It must be noted, however, that except for the SNF volume, other SNF waste metrics are driven by fundamental physics, while the decommissioning waste is highly dependent on decommissioning technologies used. Therefore, the researchers said, “there is a large uncertainty in the calculated values of the decommissioning waste values given the time available (in decades) for technology enhancement.”
In the end, the ANL report says, assuming appropriate waste management system design and operational optimization, “there appear to be no major challenges to the management of SMR wastes compared to the reference LWR wastes.”
NuScale Weighs In
In a post published on Medium, an online publishing platform, John Hopkins, president and CEO of NuScale, wrote, “What’s important about this independent research is that it validates what we at NuScale have known all along, our VOYGR SMR power plant produces an amount of spent fuel comparable to typical large pressurized water reactors (PWR) on a per GWe-yr basis. Further, the Argonne National Laboratory study found that the waste characteristics of our VOYGR power plant produces less low level waste for decommissioning than the typical large PWR plant and a lower volume of spent fuel compared to graphite moderated SMR designs in development.”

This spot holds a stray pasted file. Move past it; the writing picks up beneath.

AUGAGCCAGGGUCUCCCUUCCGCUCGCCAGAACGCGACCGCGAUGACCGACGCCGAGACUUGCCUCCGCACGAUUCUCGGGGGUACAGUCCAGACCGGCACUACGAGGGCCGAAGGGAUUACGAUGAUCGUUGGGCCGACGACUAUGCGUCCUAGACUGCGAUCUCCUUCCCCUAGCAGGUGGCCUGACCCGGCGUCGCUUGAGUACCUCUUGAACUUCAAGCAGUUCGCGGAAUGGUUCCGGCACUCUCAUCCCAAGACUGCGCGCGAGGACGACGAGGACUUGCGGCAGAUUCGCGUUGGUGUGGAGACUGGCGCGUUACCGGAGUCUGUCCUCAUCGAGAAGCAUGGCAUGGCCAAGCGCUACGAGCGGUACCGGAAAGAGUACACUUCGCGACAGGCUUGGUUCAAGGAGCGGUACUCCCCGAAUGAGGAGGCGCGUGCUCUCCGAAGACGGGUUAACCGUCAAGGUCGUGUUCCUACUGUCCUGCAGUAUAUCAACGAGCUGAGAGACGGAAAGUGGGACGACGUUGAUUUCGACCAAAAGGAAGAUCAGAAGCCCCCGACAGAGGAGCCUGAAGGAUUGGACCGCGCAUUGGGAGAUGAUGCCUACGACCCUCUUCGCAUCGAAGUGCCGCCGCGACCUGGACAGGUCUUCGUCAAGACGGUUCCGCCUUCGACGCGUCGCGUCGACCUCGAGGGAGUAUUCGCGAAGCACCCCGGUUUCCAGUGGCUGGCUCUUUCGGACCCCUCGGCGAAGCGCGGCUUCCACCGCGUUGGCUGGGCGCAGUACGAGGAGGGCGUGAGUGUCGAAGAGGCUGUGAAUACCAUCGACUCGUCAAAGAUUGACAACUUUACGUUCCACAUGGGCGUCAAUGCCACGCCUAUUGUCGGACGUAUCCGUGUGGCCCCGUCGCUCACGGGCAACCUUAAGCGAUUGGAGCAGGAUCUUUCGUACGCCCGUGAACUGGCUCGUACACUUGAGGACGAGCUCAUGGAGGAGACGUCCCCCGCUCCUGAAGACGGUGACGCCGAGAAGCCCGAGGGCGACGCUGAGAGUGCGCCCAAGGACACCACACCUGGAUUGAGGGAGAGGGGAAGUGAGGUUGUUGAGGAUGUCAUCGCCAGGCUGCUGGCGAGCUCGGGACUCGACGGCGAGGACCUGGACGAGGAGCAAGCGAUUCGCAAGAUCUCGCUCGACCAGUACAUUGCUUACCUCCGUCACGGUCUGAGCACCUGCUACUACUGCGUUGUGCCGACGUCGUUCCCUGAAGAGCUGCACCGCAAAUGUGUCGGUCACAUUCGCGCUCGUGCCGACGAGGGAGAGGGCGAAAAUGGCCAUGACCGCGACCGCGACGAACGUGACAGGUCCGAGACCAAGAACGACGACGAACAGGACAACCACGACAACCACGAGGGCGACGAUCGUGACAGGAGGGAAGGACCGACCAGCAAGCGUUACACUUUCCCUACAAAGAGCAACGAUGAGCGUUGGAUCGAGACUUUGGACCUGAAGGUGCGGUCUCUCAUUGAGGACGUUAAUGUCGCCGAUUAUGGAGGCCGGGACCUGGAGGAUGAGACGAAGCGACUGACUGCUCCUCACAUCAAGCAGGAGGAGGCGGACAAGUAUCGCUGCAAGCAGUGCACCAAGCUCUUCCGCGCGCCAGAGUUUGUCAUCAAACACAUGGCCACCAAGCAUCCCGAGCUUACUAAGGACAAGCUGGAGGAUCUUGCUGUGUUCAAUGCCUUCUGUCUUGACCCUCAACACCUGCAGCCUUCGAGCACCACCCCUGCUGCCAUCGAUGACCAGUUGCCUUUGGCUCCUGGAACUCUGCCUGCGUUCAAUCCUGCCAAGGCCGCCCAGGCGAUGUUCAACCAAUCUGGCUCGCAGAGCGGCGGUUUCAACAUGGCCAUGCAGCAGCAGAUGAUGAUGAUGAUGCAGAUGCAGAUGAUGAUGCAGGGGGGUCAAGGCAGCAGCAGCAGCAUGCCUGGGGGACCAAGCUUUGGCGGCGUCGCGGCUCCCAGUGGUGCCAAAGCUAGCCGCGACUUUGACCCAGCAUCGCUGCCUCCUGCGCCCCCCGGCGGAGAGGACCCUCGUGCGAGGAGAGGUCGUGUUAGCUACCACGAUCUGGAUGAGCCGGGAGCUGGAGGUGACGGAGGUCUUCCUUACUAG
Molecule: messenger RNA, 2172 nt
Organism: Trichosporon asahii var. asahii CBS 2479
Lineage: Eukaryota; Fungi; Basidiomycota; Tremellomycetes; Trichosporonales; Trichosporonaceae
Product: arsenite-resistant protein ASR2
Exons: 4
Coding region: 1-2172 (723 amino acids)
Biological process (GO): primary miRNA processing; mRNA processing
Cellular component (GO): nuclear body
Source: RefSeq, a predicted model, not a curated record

Hopkins continued, “We are pleased to see the merits of our technology more accurately reflected by these recent studies and hopeful that they provide a more useful framework as stakeholders continue to move forward with the deployment of SMR technologies and consider the safe and secure management of spent nuclear fuel.”
—Aaron Larson is POWER’s executive editor (@AaronL_Power, @POWERmagazine).